If you don’t think for yourself you will end up accepting the thoughts of others – that will make sure you won’t have a free will  

Do animals’ brains work just like a machine, pre-programmed by their natural predispositions? In relation to humans this question can be simply rephrased as: Do we have free will? We know illnesses as well as the amount of certain chemicals in our brains and bodies can significantly modify our thoughts and behavior; but does it follow that healthy humans are slaves to their genetics, their environment, and their human impulses, with no ability to make rational and purposeful decisions.


Philosophers have struggled with this question for millennia; but for the last generation sociologists and neuroscientists have firmed up their opinions on this issue. They seem to be sufficiently confident in their findings to promote the idea that free will is nothing more than a naïve illusion.


To a large extent the answer seems to depend on how free will is defined and that a definitive answer cannot be given. But we can examine the question logically. For example: the vast majority of people behave as if they can make choices and rational decisions; and this includes sociologists and neuroscientists. But logically, if a scientist believes their brain is an uncontrollable machine they must conclude their own findings will be of no practical use. Nevertheless they advocate techniques that can suppress "undesirable" human thoughts and actions, such as violent and criminal behavior, by a form of biofeedback or thought control.


But by the acknowledgement that some actions are "undesirable" the free will issue has now been subtly changed: a moral judgement has entered the picture. But scientists are hesitant to accept that people are free to make moral decisions because the concept of morality is difficult to explain in mechanistic or evolutionary terms. But most people believe that healthy, normal and efficient humans do have the ability to make moral decisions, and are responsible for those decisions. All authority and legal systems are based upon this assumption; as is the understanding that some people are worthy of blame and others are well-intentioned and praiseworthy. 


A thought experiment can clarify the issues relating to free will. Let's ask: how did I decide to write this about this topic of free will. The clear favourite of neuroscientists - 1] I was driven by an inescapable force generated by my brain’s structure and chemistry (perhaps imperfect) along with the random observations that have infiltrated into my brain over the years – a mechanism.  2] I chose to write this blog because I noticed the weather was not good for riding my mountain bike, which was first choice, so I went with my second choice of looking cool and intelligent by writing a hopefully thought-provoking article - a self-interested choice. 3] I studied the presentations of neuroscientists regarding the topic of free will and I deduced they are illogical, contain numerous anomalies, and are based upon questionable assumptions, so I felt compelled to point this out to readers - a moral obligation and a choice.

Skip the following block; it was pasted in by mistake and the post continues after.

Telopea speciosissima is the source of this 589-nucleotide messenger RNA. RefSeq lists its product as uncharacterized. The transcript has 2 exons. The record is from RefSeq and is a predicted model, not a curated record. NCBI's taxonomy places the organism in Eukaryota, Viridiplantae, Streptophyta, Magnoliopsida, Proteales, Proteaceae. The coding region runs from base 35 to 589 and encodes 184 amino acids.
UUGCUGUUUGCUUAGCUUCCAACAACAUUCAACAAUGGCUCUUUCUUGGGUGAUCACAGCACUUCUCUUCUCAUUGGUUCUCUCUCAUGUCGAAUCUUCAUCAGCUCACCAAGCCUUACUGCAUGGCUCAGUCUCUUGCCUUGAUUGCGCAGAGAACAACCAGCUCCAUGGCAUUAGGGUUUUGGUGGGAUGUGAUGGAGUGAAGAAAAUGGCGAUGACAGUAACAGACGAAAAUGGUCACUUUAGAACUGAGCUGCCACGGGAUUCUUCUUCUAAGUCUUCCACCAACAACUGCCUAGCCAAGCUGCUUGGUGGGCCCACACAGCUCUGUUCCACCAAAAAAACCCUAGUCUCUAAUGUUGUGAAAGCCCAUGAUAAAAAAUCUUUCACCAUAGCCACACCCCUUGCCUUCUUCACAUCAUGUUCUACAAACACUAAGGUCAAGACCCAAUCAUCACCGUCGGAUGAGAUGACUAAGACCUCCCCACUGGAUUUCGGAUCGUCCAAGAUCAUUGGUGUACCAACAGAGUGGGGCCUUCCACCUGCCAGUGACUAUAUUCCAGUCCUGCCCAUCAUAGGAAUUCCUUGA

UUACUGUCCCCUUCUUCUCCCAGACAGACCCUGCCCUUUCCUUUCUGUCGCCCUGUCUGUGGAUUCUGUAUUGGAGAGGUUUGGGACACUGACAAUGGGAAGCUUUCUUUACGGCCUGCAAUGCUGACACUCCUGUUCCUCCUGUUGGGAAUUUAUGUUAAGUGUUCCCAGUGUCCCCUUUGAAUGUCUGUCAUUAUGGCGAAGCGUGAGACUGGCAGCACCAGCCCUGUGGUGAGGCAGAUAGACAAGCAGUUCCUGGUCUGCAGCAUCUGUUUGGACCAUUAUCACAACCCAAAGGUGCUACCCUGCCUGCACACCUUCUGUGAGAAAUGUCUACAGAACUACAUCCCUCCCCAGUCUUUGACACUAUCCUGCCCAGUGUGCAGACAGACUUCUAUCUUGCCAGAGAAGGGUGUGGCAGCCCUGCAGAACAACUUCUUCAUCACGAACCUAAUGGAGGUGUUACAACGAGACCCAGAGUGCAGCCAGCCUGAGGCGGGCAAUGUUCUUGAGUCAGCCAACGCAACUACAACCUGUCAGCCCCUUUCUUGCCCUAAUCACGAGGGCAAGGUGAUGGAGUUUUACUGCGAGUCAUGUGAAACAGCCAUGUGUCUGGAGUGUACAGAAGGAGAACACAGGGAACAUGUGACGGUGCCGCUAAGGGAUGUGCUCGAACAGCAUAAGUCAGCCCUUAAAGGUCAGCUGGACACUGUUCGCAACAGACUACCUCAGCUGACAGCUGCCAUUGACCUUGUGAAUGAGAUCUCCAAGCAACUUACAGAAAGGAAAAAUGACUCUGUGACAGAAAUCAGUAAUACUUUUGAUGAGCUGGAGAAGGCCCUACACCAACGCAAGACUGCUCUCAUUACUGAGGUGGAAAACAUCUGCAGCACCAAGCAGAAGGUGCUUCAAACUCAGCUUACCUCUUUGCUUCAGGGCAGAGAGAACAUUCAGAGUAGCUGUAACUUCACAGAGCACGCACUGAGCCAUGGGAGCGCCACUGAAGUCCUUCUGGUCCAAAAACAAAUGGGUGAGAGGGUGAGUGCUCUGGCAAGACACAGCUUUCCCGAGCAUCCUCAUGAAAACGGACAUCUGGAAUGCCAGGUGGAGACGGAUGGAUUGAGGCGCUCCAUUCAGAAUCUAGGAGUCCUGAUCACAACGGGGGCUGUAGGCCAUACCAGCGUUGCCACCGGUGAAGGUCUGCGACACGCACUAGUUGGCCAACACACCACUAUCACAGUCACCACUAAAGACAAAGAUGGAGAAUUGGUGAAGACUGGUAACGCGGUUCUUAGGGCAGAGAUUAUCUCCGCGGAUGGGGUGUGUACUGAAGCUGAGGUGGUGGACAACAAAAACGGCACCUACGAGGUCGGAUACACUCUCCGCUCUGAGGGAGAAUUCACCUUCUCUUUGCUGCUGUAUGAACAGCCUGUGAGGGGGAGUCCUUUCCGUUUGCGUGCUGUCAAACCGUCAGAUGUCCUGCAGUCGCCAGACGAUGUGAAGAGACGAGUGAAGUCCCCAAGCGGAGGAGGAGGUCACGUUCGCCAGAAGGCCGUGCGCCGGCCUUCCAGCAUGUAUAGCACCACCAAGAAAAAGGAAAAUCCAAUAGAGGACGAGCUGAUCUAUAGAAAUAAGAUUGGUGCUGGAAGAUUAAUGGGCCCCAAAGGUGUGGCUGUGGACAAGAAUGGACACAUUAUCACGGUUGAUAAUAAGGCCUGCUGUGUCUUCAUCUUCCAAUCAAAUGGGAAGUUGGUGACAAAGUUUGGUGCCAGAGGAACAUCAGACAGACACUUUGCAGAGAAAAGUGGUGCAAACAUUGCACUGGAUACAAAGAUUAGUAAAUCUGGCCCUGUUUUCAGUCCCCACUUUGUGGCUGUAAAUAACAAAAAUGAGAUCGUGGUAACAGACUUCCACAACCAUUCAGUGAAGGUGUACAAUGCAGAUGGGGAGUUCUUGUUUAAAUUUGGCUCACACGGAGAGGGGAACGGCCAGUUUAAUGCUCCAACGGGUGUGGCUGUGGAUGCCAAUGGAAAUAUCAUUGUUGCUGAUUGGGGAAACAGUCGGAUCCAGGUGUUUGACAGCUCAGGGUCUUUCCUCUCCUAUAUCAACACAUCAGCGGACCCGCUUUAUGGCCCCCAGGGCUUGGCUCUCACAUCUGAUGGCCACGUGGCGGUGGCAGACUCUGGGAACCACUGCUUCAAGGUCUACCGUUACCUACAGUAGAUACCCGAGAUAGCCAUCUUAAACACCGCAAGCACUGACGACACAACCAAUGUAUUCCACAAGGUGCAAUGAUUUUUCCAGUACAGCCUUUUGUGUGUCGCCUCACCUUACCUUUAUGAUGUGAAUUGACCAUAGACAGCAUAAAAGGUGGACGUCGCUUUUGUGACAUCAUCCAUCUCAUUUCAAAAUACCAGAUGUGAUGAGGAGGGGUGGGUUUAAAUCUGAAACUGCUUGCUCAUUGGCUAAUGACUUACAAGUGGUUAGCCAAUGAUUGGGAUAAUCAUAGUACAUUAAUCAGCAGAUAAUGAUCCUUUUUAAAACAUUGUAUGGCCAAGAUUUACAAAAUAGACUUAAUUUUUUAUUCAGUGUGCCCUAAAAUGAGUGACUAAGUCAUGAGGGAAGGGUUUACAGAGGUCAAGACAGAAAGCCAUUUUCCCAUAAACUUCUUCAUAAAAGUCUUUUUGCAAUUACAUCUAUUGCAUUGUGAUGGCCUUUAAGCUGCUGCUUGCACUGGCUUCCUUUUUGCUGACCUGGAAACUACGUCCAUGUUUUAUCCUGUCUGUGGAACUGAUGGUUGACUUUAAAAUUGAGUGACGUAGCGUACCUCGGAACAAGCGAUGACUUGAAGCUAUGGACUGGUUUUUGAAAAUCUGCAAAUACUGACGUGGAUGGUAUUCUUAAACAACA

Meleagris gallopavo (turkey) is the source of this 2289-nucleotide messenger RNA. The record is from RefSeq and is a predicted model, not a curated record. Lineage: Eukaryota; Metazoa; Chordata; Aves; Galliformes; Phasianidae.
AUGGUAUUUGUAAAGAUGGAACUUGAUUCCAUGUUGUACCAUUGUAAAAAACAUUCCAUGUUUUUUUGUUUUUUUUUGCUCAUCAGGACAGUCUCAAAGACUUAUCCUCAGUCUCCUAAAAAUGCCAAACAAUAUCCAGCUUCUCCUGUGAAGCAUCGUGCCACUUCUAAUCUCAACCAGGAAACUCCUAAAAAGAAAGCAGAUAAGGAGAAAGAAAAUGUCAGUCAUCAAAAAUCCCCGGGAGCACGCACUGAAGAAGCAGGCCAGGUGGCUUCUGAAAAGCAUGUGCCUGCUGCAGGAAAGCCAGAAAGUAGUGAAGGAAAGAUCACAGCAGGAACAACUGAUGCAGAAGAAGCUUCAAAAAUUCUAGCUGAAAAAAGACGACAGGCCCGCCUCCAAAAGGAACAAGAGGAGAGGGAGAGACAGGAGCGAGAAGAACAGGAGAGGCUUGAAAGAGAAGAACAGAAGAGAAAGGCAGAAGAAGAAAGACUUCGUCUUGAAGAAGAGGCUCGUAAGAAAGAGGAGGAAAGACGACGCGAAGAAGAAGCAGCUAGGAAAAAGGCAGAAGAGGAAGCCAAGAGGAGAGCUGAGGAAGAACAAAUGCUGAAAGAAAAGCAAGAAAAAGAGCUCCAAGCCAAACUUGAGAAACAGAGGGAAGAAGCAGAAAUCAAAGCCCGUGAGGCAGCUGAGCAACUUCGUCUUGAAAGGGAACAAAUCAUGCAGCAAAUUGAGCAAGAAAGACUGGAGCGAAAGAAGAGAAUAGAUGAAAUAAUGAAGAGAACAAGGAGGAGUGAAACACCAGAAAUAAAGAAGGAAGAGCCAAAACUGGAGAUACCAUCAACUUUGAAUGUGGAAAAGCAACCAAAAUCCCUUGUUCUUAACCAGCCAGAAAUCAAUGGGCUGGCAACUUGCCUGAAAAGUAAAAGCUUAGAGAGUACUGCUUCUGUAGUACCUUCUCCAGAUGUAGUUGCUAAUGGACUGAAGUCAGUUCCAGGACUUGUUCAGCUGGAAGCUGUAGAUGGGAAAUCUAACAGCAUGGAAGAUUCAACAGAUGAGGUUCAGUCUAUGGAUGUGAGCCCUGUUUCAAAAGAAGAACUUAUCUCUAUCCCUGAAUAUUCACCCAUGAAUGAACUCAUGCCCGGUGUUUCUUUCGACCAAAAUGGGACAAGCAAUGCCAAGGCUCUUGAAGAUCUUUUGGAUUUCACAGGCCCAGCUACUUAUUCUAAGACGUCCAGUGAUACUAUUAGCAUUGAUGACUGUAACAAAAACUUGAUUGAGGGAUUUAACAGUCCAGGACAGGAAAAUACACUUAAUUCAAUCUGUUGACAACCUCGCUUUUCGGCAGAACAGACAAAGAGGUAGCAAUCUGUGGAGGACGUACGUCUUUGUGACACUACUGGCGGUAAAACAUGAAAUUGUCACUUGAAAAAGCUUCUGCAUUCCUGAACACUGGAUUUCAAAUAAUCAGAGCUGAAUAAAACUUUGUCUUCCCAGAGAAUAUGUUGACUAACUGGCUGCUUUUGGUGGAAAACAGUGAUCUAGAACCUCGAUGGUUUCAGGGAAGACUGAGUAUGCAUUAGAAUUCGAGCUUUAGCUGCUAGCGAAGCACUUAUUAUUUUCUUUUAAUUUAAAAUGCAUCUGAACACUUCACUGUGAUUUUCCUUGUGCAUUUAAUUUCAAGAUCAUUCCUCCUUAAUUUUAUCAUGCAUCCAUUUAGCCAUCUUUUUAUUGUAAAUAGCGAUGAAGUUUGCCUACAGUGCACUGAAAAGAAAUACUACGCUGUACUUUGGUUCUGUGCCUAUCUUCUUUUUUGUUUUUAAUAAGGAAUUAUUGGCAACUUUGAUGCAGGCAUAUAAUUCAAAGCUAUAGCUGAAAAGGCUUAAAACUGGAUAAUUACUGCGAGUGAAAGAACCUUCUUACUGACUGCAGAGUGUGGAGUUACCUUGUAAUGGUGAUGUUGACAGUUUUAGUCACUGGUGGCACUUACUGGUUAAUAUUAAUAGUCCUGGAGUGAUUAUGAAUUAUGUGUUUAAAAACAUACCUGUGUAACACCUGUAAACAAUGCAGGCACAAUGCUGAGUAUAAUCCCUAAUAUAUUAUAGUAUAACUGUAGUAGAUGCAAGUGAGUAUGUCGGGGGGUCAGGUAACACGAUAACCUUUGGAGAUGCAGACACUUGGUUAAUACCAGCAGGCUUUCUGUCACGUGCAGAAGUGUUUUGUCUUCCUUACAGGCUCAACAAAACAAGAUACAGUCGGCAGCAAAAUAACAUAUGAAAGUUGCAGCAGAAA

Neuroscientists confidently reject choice and morals (#2 and #3). They argue free choice has been proven by certain tests to be indistinguishable from mechanism, and morals can be rejected as they are also mechanistic and illusions, like free will itself. The reasoning appears circular and illogical as the findings can be correct only if the original premises are true.


Whenever it is stated or implied that a complex scientific question is confirmed (or other similar words), or that a particular group of people have gifts of authority unavailable to others, it is like a giant bias flag waving above their head (alternatively it is an admission of naivety or gullibility about the nature of science).  My experience has shown that the only way complex science can be confirmed is to stubbornly ignore inconsistencies or anomalies and to suppress logic.